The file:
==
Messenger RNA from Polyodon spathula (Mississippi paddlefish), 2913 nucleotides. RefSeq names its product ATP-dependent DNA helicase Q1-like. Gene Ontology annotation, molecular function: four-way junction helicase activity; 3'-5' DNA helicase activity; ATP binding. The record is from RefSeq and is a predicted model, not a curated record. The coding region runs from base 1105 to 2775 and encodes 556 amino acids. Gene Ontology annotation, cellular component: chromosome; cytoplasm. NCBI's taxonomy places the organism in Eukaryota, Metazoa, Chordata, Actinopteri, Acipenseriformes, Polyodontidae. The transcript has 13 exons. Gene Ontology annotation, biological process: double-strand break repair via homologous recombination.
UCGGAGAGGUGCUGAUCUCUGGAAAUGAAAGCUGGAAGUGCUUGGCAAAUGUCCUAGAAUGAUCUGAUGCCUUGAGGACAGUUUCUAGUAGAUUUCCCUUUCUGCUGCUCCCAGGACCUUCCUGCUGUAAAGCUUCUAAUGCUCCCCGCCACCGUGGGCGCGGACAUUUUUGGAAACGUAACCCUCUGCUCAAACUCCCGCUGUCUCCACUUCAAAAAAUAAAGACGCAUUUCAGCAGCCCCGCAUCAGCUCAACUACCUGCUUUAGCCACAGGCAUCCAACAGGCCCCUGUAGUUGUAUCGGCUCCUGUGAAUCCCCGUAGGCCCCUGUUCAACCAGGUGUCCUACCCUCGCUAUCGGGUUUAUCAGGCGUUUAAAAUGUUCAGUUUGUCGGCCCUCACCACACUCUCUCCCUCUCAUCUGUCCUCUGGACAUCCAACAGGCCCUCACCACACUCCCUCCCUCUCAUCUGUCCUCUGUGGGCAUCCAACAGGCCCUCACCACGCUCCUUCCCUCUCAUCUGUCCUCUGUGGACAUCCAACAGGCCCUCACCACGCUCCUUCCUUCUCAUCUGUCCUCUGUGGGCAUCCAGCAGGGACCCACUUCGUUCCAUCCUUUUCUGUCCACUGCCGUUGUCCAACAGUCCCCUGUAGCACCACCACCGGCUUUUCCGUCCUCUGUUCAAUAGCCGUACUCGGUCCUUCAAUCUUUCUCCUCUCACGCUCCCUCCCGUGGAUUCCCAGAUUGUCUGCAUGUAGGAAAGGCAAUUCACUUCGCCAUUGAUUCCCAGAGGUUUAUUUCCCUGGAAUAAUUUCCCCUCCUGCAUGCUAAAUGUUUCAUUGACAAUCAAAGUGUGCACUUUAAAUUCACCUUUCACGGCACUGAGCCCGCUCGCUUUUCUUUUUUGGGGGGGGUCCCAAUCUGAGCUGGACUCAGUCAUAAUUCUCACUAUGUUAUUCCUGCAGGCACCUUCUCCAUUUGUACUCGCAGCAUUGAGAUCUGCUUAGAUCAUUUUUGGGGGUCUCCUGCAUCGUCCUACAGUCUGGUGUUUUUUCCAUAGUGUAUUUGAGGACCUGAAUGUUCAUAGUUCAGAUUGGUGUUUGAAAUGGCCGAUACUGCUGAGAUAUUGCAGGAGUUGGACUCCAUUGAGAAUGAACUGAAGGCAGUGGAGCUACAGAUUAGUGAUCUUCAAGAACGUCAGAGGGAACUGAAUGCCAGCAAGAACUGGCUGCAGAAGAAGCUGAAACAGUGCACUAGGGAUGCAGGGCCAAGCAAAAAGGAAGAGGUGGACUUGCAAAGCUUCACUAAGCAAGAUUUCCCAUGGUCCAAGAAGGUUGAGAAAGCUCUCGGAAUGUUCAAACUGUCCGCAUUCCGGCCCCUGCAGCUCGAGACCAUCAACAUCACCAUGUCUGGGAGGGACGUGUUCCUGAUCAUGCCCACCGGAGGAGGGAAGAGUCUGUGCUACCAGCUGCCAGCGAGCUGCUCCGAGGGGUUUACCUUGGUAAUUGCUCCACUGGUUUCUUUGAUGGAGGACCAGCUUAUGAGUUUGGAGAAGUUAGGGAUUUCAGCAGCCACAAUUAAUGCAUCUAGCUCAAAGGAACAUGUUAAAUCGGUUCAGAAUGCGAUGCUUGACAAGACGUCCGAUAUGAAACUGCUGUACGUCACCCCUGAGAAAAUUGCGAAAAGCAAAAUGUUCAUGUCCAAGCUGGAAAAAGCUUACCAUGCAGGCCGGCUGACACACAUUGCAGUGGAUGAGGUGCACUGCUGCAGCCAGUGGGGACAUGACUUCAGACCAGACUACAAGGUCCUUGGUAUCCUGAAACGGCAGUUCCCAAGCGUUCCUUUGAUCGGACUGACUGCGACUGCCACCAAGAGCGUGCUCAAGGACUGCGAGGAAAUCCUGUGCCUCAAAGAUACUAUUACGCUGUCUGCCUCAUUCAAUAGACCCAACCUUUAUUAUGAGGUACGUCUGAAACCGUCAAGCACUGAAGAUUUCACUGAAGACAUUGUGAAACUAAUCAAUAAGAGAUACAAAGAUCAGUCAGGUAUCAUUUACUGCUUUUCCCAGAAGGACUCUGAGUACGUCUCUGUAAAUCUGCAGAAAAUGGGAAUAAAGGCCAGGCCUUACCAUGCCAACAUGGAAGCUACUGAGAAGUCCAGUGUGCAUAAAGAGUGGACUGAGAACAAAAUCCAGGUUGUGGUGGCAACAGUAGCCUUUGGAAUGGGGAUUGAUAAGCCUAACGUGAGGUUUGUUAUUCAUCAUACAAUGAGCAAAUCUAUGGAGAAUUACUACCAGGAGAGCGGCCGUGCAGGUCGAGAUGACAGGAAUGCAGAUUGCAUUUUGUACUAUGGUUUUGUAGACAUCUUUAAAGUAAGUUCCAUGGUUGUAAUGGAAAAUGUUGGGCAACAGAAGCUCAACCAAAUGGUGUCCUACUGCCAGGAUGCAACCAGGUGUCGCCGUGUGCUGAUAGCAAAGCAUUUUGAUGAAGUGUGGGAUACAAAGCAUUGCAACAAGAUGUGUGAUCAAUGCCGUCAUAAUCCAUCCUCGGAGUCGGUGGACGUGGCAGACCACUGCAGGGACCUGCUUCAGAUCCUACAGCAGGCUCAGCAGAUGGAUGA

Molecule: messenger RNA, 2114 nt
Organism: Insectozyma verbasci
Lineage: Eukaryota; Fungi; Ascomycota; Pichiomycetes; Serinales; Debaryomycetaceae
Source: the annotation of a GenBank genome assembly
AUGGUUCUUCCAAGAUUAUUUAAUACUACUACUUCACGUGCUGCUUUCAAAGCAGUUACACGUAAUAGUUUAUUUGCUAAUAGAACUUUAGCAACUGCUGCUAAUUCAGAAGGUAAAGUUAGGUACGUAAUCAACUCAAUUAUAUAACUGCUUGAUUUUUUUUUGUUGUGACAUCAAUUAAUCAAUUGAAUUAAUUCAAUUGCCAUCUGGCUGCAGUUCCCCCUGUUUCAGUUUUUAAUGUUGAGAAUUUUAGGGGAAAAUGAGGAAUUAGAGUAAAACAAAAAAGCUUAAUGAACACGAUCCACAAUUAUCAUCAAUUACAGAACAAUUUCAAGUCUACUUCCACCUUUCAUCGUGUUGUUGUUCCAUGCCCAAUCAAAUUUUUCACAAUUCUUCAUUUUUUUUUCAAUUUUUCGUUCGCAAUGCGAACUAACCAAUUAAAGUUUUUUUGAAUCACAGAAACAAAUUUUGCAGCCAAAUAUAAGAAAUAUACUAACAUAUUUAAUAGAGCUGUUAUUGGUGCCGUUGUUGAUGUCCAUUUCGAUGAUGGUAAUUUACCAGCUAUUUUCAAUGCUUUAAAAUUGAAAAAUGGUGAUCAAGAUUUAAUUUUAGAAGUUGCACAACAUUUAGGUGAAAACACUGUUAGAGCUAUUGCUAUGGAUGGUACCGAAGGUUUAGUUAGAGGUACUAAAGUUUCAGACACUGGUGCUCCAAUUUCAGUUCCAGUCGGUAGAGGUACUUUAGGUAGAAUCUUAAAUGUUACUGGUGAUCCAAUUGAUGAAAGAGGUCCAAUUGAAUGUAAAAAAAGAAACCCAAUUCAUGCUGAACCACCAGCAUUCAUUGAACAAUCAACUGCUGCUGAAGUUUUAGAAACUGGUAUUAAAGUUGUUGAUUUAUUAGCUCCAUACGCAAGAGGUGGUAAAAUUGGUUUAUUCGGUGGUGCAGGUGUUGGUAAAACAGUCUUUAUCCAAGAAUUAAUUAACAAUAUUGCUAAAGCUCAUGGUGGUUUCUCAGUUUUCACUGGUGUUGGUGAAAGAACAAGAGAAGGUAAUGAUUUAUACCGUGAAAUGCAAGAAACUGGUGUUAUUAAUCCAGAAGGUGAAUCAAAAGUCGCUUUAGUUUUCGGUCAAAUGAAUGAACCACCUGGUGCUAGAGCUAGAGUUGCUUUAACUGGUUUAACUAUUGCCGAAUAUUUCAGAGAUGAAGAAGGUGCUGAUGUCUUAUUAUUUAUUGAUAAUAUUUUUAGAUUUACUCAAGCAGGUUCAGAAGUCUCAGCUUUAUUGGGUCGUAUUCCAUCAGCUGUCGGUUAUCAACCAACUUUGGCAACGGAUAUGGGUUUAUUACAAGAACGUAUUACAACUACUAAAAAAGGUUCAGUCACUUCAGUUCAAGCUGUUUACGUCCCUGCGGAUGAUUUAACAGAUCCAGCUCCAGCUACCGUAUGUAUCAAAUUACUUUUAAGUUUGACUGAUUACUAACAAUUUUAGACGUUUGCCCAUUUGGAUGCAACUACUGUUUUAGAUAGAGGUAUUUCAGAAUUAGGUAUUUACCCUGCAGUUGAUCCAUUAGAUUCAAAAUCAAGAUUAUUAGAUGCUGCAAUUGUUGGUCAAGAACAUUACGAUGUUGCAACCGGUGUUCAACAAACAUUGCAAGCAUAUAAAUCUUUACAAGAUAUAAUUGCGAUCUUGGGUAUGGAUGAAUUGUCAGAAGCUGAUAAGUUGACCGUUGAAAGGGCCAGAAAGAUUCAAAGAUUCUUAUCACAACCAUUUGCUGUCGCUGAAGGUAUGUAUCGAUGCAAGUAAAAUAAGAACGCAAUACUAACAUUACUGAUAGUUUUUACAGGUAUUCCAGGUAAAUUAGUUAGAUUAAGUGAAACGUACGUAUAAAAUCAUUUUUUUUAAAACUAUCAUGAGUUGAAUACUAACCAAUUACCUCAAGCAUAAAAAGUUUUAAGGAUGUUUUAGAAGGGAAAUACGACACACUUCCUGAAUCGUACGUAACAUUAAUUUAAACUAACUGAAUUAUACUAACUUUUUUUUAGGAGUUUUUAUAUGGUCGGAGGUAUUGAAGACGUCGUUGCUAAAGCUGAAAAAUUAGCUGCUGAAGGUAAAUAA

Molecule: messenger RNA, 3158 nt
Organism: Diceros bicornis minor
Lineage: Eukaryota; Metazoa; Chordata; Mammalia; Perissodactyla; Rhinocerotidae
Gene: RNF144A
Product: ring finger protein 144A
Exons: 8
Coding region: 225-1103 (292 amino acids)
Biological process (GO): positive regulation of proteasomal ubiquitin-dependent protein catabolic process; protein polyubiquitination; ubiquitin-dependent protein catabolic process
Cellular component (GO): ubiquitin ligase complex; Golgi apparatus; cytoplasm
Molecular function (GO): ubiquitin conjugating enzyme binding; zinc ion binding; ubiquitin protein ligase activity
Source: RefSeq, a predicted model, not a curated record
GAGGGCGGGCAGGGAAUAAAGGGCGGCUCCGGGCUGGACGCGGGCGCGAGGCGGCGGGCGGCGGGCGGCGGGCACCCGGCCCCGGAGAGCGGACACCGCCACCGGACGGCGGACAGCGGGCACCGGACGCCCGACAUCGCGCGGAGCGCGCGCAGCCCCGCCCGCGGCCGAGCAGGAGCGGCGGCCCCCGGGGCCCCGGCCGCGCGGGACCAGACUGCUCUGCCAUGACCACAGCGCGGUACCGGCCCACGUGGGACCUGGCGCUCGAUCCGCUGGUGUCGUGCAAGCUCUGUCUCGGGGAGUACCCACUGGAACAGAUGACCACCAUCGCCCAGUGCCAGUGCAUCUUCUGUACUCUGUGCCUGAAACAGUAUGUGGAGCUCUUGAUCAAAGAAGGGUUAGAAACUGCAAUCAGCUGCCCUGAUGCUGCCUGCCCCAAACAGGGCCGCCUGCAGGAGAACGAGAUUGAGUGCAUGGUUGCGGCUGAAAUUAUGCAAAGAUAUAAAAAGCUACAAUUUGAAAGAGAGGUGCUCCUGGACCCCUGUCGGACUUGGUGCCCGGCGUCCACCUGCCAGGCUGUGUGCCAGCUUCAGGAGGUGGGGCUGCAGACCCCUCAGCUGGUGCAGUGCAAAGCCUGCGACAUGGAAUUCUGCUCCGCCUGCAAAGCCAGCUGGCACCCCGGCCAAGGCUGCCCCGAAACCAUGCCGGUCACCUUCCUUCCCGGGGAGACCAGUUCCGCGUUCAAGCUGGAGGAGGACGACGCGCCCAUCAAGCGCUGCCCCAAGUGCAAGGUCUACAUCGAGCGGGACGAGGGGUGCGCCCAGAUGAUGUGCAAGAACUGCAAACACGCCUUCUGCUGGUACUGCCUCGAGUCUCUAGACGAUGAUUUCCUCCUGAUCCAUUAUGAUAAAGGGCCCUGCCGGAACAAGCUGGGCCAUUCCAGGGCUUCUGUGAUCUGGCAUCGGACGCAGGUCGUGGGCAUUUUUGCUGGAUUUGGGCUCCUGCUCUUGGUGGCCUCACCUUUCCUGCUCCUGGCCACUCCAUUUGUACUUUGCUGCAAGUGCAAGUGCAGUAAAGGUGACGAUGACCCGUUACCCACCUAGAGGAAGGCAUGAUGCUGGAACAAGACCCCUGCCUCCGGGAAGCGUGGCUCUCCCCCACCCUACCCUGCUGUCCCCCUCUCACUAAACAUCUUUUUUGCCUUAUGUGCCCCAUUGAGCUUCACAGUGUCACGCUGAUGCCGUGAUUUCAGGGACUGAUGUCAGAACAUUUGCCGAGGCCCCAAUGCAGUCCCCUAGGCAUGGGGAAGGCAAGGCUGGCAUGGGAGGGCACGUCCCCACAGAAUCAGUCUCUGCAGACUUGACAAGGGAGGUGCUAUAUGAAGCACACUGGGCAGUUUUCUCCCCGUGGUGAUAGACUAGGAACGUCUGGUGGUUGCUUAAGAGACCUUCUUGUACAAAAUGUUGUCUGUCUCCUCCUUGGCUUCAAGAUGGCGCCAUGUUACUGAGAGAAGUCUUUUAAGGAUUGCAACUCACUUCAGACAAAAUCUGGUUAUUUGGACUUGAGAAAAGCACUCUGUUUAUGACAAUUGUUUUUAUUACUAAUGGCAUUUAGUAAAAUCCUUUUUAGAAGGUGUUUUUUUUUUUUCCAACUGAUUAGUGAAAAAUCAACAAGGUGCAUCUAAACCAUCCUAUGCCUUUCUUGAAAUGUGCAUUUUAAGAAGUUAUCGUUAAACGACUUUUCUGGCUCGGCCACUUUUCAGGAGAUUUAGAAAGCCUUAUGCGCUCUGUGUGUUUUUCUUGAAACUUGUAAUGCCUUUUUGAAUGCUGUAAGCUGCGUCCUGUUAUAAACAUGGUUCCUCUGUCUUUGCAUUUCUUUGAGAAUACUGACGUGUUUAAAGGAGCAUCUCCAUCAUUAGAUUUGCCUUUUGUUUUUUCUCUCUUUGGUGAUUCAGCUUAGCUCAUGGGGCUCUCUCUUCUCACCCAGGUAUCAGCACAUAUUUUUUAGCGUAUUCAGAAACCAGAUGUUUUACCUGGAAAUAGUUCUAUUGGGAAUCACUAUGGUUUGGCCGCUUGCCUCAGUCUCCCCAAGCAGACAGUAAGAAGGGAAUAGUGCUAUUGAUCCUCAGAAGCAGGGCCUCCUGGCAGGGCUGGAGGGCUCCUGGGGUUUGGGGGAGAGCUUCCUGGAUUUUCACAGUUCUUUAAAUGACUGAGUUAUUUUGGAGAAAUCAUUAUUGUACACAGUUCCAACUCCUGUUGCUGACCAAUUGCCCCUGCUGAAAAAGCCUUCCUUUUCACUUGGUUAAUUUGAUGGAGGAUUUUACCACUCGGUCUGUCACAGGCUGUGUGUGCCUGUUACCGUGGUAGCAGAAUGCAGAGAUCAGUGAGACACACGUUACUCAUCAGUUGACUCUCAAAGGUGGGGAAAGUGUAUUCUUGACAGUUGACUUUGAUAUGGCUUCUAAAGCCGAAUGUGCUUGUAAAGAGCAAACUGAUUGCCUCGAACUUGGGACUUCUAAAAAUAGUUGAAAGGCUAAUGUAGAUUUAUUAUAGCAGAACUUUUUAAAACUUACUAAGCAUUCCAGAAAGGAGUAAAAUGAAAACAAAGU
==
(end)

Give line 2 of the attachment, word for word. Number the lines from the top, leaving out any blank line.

UCGGAGAGGUGCUGAUCUCUGGAAAUGAAAGCUGGAAGUGCUUGGCAAAUGUCCUAGAAUGAUCUGAUGCCUUGAGGACAGUUUCUAGUAGAUUUCCCUUUCUGCUGCUCCCAGGACCUUCCUGCUGUAAAGCUUCUAAUGCUCCCCGCCACCGUGGGCGCGGACAUUUUUGGAAACGUAACCCUCUGCUCAAACUCCCGCUGUCUCCACUUCAAAAAAUAAAGACGCAUUUCAGCAGCCCCGCAUCAGCUCAACUACCUGCUUUAGCCACAGGCAUCCAACAGGCCCCUGUAGUUGUAUCGGCUCCUGUGAAUCCCCGUAGGCCCCUGUUCAACCAGGUGUCCUACCCUCGCUAUCGGGUUUAUCAGGCGUUUAAAAUGUUCAGUUUGUCGGCCCUCACCACACUCUCUCCCUCUCAUCUGUCCUCUGGACAUCCAACAGGCCCUCACCACACUCCCUCCCUCUCAUCUGUCCUCUGUGGGCAUCCAACAGGCCCUCACCACGCUCCUUCCCUCUCAUCUGUCCUCUGUGGACAUCCAACAGGCCCUCACCACGCUCCUUCCUUCUCAUCUGUCCUCUGUGGGCAUCCAGCAGGGACCCACUUCGUUCCAUCCUUUUCUGUCCACUGCCGUUGUCCAACAGUCCCCUGUAGCACCACCACCGGCUUUUCCGUCCUCUGUUCAAUAGCCGUACUCGGUCCUUCAAUCUUUCUCCUCUCACGCUCCCUCCCGUGGAUUCCCAGAUUGUCUGCAUGUAGGAAAGGCAAUUCACUUCGCCAUUGAUUCCCAGAGGUUUAUUUCCCUGGAAUAAUUUCCCCUCCUGCAUGCUAAAUGUUUCAUUGACAAUCAAAGUGUGCACUUUAAAUUCACCUUUCACGGCACUGAGCCCGCUCGCUUUUCUUUUUUGGGGGGGGUCCCAAUCUGAGCUGGACUCAGUCAUAAUUCUCACUAUGUUAUUCCUGCAGGCACCUUCUCCAUUUGUACUCGCAGCAUUGAGAUCUGCUUAGAUCAUUUUUGGGGGUCUCCUGCAUCGUCCUACAGUCUGGUGUUUUUUCCAUAGUGUAUUUGAGGACCUGAAUGUUCAUAGUUCAGAUUGGUGUUUGAAAUGGCCGAUACUGCUGAGAUAUUGCAGGAGUUGGACUCCAUUGAGAAUGAACUGAAGGCAGUGGAGCUACAGAUUAGUGAUCUUCAAGAACGUCAGAGGGAACUGAAUGCCAGCAAGAACUGGCUGCAGAAGAAGCUGAAACAGUGCACUAGGGAUGCAGGGCCAAGCAAAAAGGAAGAGGUGGACUUGCAAAGCUUCACUAAGCAAGAUUUCCCAUGGUCCAAGAAGGUUGAGAAAGCUCUCGGAAUGUUCAAACUGUCCGCAUUCCGGCCCCUGCAGCUCGAGACCAUCAACAUCACCAUGUCUGGGAGGGACGUGUUCCUGAUCAUGCCCACCGGAGGAGGGAAGAGUCUGUGCUACCAGCUGCCAGCGAGCUGCUCCGAGGGGUUUACCUUGGUAAUUGCUCCACUGGUUUCUUUGAUGGAGGACCAGCUUAUGAGUUUGGAGAAGUUAGGGAUUUCAGCAGCCACAAUUAAUGCAUCUAGCUCAAAGGAACAUGUUAAAUCGGUUCAGAAUGCGAUGCUUGACAAGACGUCCGAUAUGAAACUGCUGUACGUCACCCCUGAGAAAAUUGCGAAAAGCAAAAUGUUCAUGUCCAAGCUGGAAAAAGCUUACCAUGCAGGCCGGCUGACACACAUUGCAGUGGAUGAGGUGCACUGCUGCAGCCAGUGGGGACAUGACUUCAGACCAGACUACAAGGUCCUUGGUAUCCUGAAACGGCAGUUCCCAAGCGUUCCUUUGAUCGGACUGACUGCGACUGCCACCAAGAGCGUGCUCAAGGACUGCGAGGAAAUCCUGUGCCUCAAAGAUACUAUUACGCUGUCUGCCUCAUUCAAUAGACCCAACCUUUAUUAUGAGGUACGUCUGAAACCGUCAAGCACUGAAGAUUUCACUGAAGACAUUGUGAAACUAAUCAAUAAGAGAUACAAAGAUCAGUCAGGUAUCAUUUACUGCUUUUCCCAGAAGGACUCUGAGUACGUCUCUGUAAAUCUGCAGAAAAUGGGAAUAAAGGCCAGGCCUUACCAUGCCAACAUGGAAGCUACUGAGAAGUCCAGUGUGCAUAAAGAGUGGACUGAGAACAAAAUCCAGGUUGUGGUGGCAACAGUAGCCUUUGGAAUGGGGAUUGAUAAGCCUAACGUGAGGUUUGUUAUUCAUCAUACAAUGAGCAAAUCUAUGGAGAAUUACUACCAGGAGAGCGGCCGUGCAGGUCGAGAUGACAGGAAUGCAGAUUGCAUUUUGUACUAUGGUUUUGUAGACAUCUUUAAAGUAAGUUCCAUGGUUGUAAUGGAAAAUGUUGGGCAACAGAAGCUCAACCAAAUGGUGUCCUACUGCCAGGAUGCAACCAGGUGUCGCCGUGUGCUGAUAGCAAAGCAUUUUGAUGAAGUGUGGGAUACAAAGCAUUGCAACAAGAUGUGUGAUCAAUGCCGUCAUAAUCCAUCCUCGGAGUCGGUGGACGUGGCAGACCACUGCAGGGACCUGCUUCAGAUCCUACAGCAGGCUCAGCAGAUGGAUGA